Do you know the false abuse allegation risk factors for men in relationships with borderline, narcissist or histrionic women? If you’re married to one of these women, it’s essential that you do. There’s a lot at stake. Including the relationships with your kids, your reputation, livelihood, freedom and physical and emotional well-being.
Typically, the cleverer ones won’t outright accuse you of specific abuses. Especially if they’re manufacturing evidence to obtain a restraining order to gain advantage in family court. In which case, they make vague or soft accusations that are ripe for erroneous assumption and difficult to refute. For example, “I feel unsafe.”
Anyone can feel unsafe absent any actual threats to their safety. Remember, feelings aren’t facts. Courts aren’t equipped to determine whether a person actually feels afraid or unsafe, etc. In which case, “I feel unsafe” poses less legal jeopardy than easily disprovable highly detailed abuse allegations.
Thus, an attorney can argue, “No, your Honor. Mr Mealticket didn’t strike or threaten to strike Ms Fullabeans. But he yells all the time and Ms Fullabeans feels afraid.”
It doesn’t matter that Ms Fullabeans instigates the majority of arguments and yells as much or more than Mr Mealticket. It doesn’t matter that Ms Fullabeans clawed Mr Mealticket’s face. That’s “reactive abuse.” Her feelings are her feelings and they’re real to her. Or, so her attorney will claim and, unfortunately, many therapists.
Ideally, mental health professionals help individuals reality test their feelings and maladaptive beliefs. We help them work through unresolved emotional and relational issues from childhood and identify ongoing self-sabotaging relationship behaviors and patterns. Most importantly, we help clients embrace personal accountability, not help them craft elaborate psychobabble word salad victim narratives. Meaningful change doesn’t occur unless we take full responsibility for our decisions. But I digress.
False abuse allegation risk factors for men in relationships with borderline, narcissist or histrionic women.
Assuming she hasn’t called 911 yet, it’s time to gather your wits and get your bleep together. Snap out of the FOG (fear, obligation, guilt). Stop the stupid JADE (justify, argue, defend, explain) circular arguments about whether she’s a borderline and you’re a narcissist. Just stop. If you don’t, you’re giving her more NPD/BPD/HPD fanfic material to pad her victim claims.
Refusal to have another pointless fight you can’t win because its premise is false or greatly exaggerated isn’t being selfish, cruel, mean, cold or abusive. Nor is it evidence of not dealing with her, not loving her or not fighting for the relationship. Evidentially speaking, you’re exercising self-control so as not to expose the kids to more parental conflict. Also, if she feels so unsafe in your presence why does she try so hard to pick fights with you?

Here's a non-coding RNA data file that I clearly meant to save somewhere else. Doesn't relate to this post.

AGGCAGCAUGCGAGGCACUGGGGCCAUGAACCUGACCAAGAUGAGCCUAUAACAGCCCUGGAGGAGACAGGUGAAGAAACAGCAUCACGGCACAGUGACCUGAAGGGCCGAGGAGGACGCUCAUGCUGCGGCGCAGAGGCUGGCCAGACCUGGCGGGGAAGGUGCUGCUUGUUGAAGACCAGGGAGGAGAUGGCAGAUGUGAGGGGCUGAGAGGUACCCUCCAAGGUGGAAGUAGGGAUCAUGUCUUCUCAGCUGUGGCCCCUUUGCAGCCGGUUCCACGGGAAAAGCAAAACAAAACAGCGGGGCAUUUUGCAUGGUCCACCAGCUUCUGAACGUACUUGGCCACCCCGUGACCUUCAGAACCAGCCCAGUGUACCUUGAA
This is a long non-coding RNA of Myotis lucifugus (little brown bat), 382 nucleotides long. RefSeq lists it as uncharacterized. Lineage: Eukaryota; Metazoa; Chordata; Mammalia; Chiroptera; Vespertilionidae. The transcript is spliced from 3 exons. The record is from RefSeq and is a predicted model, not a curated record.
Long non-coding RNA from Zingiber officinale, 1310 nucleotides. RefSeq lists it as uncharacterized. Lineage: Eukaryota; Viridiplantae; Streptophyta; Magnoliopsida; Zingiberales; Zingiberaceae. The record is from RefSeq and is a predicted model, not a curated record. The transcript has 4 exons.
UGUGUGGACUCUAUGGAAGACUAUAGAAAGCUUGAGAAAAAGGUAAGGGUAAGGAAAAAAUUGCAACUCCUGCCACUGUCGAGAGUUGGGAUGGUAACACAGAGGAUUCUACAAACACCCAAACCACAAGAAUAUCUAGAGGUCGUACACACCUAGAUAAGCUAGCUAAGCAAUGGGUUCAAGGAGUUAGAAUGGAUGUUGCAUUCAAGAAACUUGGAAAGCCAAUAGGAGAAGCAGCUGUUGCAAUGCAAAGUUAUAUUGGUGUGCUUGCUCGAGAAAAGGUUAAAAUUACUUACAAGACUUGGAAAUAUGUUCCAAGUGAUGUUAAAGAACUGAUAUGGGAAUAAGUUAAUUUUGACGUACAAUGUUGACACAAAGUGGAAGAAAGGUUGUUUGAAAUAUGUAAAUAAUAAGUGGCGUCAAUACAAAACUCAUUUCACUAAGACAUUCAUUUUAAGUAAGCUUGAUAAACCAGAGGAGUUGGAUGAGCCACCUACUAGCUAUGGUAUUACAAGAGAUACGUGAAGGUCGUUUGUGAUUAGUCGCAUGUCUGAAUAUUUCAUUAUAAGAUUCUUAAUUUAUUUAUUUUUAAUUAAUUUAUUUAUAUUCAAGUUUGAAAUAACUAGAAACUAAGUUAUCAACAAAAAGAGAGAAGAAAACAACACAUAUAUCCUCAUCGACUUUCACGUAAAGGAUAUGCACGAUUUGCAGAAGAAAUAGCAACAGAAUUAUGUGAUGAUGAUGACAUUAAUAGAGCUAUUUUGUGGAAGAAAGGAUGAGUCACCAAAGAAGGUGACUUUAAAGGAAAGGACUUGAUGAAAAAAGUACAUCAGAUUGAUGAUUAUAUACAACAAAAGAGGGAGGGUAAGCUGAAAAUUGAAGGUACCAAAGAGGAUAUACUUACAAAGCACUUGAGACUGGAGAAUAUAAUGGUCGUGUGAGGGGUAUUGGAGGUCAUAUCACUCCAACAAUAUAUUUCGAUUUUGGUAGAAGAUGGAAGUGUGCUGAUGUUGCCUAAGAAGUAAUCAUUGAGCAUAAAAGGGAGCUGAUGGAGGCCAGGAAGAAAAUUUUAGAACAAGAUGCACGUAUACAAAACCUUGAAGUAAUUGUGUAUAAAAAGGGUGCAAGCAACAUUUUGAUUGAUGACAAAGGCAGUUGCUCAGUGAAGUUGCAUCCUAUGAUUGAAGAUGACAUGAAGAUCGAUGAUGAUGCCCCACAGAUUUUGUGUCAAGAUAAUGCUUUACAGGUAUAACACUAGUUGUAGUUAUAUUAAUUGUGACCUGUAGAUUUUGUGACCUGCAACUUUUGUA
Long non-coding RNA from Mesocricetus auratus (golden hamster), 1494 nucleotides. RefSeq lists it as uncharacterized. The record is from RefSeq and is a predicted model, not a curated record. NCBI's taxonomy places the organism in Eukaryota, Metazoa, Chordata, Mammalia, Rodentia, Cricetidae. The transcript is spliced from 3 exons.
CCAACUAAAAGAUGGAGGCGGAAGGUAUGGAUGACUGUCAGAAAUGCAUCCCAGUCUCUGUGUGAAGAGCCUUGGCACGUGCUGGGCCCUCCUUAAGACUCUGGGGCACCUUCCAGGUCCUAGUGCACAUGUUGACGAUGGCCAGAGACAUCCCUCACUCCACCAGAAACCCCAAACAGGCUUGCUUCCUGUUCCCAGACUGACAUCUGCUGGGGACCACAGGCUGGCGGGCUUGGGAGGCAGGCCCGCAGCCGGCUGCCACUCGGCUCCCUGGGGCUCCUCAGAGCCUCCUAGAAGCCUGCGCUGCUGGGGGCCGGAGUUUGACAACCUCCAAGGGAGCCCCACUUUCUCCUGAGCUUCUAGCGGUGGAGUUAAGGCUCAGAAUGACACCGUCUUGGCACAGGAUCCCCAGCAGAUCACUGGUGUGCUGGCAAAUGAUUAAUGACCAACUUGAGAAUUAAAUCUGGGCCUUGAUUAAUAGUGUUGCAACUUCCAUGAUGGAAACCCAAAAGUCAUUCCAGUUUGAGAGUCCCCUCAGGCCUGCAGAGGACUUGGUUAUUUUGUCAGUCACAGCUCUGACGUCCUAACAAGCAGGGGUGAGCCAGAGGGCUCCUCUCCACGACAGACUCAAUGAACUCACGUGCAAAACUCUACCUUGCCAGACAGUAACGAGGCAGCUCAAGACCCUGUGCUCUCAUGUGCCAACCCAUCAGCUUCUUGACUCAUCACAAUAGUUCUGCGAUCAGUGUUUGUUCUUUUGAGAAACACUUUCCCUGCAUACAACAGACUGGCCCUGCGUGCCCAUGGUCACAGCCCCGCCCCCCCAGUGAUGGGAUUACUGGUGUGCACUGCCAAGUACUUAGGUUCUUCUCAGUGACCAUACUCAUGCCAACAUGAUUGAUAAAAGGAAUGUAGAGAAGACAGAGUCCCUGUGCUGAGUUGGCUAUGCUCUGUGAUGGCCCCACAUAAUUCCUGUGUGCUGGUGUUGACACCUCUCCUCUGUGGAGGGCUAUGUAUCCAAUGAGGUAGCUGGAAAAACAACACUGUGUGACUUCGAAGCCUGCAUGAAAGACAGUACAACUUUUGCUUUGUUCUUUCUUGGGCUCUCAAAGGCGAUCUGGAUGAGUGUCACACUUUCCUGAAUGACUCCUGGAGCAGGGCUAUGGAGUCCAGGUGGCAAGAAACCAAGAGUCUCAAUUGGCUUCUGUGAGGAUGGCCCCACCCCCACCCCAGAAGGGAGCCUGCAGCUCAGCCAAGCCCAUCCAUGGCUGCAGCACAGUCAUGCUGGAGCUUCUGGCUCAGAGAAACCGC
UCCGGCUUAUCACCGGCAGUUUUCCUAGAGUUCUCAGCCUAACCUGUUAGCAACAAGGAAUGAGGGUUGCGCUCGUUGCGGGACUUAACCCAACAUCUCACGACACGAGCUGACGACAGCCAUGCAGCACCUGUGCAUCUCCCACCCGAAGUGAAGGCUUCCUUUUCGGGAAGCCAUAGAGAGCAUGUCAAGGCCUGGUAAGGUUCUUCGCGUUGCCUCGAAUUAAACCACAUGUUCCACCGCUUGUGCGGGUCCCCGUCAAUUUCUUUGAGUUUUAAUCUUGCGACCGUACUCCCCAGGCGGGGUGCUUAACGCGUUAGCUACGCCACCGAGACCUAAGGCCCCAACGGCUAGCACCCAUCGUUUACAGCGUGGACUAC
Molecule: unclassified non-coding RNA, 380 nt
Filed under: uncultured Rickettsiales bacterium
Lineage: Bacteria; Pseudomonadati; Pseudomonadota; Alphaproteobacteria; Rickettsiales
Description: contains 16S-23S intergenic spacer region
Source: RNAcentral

In family court and custody evaluations, it’s unlikely you’ll be viewed unfavorably for abstaining from childish arguments. Especially, if your goal is to deescalate conflict for the sake of the children and your own mental health. Continuing to argue with Crazy usually has the effect of making you both look crazy. And, if you’re a man, it could also help Crazy to look like the victim by claiming reactive abuse. He or she who can control their emotions best usually fairs better in these situations.
Assess the threat level a NPD, BPD or HPD partner poses to you.
The following are risk patterns I’ve identified in my practice. Does your wife or girlfriend:
- Threaten to call the police as a form of coercive control and intimidation?
- Taunt you by saying, “Who do you think the cops will believe?“
- Record you? Or, do you suspect she records you?
- Say things like, “Get way from me! Don’t touch me!” when you’re nowhere near her? (If so, she’s definitely recording you.)
- Say things like, “I feel unsafe. You scare me. You’re so angry,” or other variations on this theme?
- Accuse you of somehow harming or scaring the kids when you don’t allow her to bully and control you?
- Have a history of physically assaulting you and/or destroying your property?
- Parentify and emotionally incest the kids? In other words, using a child as an emotional caretaker, protector, confidante or surrogate spouse?
- Boast she’ll get the house, the money and you won’t see the kids if you leave her?
- Tell on herself by saying “everyone” knows how abusive you are? (If so, the smear campaign is likely already underway).
- Undermine your ability to parent and/or spend one-on-one time with the kids?
- Stalk your social media?
- Accuse you of recording her and forcibly grab your phone?
- Cheat on you? In other words, lining up a white knight triangle and her next enabler?
Any one of these behaviors is problematic. The more you can identify, the more you’re at risk of false allegations. If you haven’t sought legal counsel yet, I urge you to do so.
Assess the false abuse allegation risk factors for men you pose to yourself by becoming healthier.
It’s a cliche how easily triggered people with personality disorders can be. Politely disagreeing with them can be a trigger. Putting extra salt on your mashed potatoes can be a trigger. Visiting your family on your father’s birthday can be a trigger. Leaving for work in the morning can be a trigger.